Who said good TV can't be informative?
I have taught many subjects, for some of which I certainly did not have certification, such as speech, debate and mathematics. I have even been pressed into emergency teacher status for a special education class and the band. Each one of the preceding two could have a paper printed about the experience. However, the one I feared most and the one the students really wanted me to do was become their teacher for the sex education part of the biology class!
Recently I have learned to really understand the phrase "this is why we can't have nice things" which I heard all through my childhood but never really understood the significance of. After spilling juice on tablecloths staining them for eternity or somehow managing to ruin the playground set in our backyard, I would always hear my mom -- in a very exasperated tone, I should add -- exclaim: "See! This is why we can't have nice things!" And being my young and carefree self I would think to myself "it's not my fault the playground set couldn't handle ...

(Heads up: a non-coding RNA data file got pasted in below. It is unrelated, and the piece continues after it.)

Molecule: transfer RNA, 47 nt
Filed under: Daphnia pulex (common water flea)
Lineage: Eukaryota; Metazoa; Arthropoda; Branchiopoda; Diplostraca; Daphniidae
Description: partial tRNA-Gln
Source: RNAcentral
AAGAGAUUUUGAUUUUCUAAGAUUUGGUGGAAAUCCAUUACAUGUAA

NEW YORK -- The striking juxtaposition of the preternaturally perfect Angelina Jolie, waifish and wispy in a ghostly gown, and the punchy Pakistani schoolgirl Malala, her face cruelly misshapen by the effects of a Taliban bullet to the head, captures the confluence of feminine power assembled here to "lean on" the world to save women and girls.
Do all plants have flowers? It is a timely topic in spring, with flowers abounding and air that is laden with pesky pollen. Like any good love story, plant sex has no paucity of details and drama. To make our investigation easier, we can divide plants into four groups. They all do it differently, in ways that make a lot of sexual sense depending on the respective environment.
As the nation's capital prepares to open its first legal medicinal marijuana dispensary and Sen. Rand Paul's call for legalization basks in bipartisan praise, it's time for President Barack Obama to clear the air around his own passive-aggressive position on pot.
Two books recently transported me to the past, one real, the other not. Both featured late President Richard Nixon, one prominently, the other not so much. They provided me with food for thought … of where we have been, where we are now and where we could be.